Hard problems for cryptography: From Factoring to Sudoku – with Chris Brzuska
9.10.2018 @ 17:45 - 19:15
Venue: Lumituuli Auditorium, Dipoli, Otakaari 24, Espoo
Time: Tuesday 9 October at 17:45 – 19:15 (doors open at 17:30). The lecture will be approximately 45 minutes, after which there will be time for questions.
Registration: HAIC Talks are open to everyone and free of charge but we ask you to register for the event.
Hard problems for cryptography: From Factoring to Sudoku
Professor Chris Brzuska
Cryptographers use hard problems to construct unbreakable encryption schemes, pseudorandom number generators and more. A typical example is the factoring of large numbers, i.e., we learn in primary school how to multiply numbers, but given a large number, even supercomputers struggle to take it apart into its prime factors.
In the talk, we will see the diversity of hard problems that are candidates for secure cryptography, ranging from factoring to sudoku.
About the speaker:
Christopher Brzuska is a faculty member at the departments computer science and mathematics and systems analysis at Aalto University. His research area is cryptography and his activities range from investigating secure payment to generating numbers that look random although they are actually not.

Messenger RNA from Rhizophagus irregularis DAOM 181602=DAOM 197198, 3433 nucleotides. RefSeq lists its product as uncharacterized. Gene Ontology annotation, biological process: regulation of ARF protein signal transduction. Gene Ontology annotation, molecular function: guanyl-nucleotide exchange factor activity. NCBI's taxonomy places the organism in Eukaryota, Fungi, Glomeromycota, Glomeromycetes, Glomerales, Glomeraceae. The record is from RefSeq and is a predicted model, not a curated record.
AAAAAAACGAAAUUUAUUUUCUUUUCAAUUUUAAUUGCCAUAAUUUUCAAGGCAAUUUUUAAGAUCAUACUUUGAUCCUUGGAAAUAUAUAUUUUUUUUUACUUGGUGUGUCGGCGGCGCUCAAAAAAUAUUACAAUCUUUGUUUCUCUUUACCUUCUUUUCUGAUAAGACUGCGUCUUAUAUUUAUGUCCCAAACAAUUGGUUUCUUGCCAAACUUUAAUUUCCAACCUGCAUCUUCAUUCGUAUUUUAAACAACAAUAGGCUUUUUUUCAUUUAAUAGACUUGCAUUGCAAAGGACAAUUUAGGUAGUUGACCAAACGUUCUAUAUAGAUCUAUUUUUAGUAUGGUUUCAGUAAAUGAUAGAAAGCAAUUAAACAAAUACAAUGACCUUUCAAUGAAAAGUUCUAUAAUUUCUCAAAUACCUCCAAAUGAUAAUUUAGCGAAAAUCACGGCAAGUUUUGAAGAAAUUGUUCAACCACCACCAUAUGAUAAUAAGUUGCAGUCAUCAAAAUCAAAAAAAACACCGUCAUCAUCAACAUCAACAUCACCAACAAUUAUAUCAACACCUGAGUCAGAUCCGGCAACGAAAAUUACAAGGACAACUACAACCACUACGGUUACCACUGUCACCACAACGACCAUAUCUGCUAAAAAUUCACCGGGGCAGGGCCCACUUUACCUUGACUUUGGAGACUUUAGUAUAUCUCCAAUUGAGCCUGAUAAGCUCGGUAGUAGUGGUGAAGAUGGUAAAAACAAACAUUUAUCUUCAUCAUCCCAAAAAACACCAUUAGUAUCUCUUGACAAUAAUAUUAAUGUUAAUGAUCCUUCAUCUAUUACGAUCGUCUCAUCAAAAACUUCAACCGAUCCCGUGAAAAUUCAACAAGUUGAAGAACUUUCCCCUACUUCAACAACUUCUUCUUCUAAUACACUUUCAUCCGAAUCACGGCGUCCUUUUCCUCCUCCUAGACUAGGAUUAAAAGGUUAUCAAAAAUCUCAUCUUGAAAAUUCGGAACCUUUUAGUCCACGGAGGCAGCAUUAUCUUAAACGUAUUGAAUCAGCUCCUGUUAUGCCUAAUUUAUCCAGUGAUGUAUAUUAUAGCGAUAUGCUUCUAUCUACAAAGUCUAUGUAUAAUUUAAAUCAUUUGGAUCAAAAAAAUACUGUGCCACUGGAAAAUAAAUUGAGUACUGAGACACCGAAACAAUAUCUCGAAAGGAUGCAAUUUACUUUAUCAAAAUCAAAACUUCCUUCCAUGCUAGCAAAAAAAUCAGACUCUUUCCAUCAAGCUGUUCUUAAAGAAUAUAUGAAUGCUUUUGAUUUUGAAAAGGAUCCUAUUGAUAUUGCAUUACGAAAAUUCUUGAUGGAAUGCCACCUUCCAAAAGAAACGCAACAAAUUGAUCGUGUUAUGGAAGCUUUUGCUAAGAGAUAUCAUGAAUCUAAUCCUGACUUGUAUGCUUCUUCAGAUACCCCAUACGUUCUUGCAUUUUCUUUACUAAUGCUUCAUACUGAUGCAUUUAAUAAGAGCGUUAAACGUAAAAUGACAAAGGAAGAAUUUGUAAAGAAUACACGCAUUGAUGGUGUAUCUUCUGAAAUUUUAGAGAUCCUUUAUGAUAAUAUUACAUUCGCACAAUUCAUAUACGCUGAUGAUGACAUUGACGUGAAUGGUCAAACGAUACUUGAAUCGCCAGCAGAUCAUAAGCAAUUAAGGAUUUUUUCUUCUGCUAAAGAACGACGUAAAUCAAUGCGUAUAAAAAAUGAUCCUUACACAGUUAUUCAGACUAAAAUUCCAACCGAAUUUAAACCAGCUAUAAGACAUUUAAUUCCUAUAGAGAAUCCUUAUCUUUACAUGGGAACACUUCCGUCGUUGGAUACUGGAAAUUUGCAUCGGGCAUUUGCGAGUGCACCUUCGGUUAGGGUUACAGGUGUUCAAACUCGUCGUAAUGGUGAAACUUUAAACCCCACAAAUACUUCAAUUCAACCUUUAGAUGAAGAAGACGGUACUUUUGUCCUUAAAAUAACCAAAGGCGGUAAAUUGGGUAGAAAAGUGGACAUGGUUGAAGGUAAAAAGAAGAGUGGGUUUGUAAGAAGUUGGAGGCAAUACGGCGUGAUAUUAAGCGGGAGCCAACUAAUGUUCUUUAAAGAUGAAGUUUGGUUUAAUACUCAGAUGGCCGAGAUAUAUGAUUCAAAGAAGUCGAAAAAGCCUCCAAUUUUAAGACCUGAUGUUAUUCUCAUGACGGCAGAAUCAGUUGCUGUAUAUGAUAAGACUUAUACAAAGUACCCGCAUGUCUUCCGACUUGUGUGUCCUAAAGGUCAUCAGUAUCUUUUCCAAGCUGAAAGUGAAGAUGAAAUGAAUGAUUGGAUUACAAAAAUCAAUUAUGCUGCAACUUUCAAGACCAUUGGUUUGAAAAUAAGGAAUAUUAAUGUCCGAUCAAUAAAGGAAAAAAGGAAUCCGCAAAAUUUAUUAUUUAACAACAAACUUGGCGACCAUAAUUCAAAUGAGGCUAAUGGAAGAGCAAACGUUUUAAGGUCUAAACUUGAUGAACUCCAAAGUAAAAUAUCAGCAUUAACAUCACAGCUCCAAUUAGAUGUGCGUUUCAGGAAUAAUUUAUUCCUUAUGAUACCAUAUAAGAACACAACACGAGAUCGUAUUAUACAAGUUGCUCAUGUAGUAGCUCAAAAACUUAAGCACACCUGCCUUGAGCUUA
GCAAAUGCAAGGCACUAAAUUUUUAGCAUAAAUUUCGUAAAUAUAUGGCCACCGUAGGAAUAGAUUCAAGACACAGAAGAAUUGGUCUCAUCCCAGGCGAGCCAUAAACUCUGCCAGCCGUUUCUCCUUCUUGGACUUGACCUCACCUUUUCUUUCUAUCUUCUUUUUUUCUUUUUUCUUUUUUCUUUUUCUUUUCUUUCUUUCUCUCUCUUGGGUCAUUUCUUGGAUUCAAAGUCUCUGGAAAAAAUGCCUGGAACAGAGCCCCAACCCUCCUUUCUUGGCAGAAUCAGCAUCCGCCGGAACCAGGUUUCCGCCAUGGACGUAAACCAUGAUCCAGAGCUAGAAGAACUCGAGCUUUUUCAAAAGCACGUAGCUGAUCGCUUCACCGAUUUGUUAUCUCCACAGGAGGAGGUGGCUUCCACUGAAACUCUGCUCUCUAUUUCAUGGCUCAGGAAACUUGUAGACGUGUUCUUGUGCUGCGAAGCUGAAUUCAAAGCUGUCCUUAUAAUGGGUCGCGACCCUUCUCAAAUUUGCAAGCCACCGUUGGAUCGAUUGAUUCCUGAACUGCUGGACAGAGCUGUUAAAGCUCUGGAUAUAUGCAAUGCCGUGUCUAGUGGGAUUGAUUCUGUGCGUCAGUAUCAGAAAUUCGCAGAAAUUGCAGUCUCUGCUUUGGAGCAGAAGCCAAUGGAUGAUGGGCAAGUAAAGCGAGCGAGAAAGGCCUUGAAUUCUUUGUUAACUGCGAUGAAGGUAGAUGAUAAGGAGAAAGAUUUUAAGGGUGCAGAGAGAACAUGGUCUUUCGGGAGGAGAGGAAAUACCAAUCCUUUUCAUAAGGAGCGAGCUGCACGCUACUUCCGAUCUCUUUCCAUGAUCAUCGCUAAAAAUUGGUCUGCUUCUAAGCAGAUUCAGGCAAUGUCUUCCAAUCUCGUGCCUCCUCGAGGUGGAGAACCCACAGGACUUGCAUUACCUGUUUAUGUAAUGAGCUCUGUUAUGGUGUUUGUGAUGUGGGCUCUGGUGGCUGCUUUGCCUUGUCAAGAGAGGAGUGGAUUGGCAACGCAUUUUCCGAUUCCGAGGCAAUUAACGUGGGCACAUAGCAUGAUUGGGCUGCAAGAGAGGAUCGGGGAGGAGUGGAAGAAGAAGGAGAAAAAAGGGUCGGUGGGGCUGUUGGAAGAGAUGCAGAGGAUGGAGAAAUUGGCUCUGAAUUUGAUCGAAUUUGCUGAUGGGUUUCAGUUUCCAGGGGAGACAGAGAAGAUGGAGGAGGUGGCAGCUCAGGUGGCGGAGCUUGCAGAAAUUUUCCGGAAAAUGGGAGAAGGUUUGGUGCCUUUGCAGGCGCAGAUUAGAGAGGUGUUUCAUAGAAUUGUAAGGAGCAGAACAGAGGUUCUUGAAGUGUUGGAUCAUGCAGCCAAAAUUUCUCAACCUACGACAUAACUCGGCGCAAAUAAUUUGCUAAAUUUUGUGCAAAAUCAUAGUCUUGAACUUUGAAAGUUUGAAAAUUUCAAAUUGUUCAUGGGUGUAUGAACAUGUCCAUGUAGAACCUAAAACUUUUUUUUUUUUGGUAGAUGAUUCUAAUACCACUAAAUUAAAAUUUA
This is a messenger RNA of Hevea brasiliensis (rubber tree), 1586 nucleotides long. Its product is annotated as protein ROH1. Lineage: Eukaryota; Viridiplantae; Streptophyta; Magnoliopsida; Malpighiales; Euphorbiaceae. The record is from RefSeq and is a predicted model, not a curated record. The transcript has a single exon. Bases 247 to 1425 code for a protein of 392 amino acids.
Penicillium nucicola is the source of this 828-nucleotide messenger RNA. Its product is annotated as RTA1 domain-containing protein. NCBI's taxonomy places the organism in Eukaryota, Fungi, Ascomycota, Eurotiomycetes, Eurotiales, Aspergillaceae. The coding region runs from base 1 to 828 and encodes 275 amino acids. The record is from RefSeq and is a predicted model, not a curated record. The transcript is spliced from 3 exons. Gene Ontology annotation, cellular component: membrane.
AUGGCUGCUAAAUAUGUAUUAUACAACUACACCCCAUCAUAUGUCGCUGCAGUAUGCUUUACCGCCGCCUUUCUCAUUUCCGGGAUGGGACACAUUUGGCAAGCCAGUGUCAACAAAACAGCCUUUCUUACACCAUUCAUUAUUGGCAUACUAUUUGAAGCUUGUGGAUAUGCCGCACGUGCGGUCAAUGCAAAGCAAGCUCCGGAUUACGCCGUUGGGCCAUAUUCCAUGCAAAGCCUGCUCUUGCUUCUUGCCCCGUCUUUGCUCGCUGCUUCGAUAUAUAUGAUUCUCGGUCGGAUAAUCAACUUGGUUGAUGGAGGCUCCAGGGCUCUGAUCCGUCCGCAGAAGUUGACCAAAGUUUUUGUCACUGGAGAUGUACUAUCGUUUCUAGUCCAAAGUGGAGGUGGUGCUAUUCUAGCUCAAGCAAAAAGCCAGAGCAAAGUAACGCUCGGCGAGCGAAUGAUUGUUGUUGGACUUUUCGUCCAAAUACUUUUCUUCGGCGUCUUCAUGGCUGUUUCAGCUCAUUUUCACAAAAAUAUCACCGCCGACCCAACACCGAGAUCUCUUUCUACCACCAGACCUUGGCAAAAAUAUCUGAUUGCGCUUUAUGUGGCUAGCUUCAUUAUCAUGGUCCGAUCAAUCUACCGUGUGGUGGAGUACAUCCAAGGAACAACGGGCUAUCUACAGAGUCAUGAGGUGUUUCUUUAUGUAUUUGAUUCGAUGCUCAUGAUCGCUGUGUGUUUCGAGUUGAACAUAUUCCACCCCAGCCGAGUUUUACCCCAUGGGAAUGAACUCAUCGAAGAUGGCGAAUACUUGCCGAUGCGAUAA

Brzuska studied mathematics in Duisburg-Essen, Bordeaux and Darmstadt, holds a PhD from the computer science department at TU Darmstadt and worked as a post-doctoral researcher at Tel-Aviv University and Microsoft Research Cambridge. He was an assistant professor for IT Security Analysis at TU Hamburg where he closely collaborated with NXP Semiconductors.
The HAIC public outreach initiative aims to make information security more accessible to a broader audience. As part of this initiative, are organizing HAIC Talks, a series of public lectures on contemporary topics in information security. In the style of studia generalia, these lectures are free and open to everyone. No background knowledge in information security is required. HAIC Talks are made possible through the generous support of the Aalto University School of Science.
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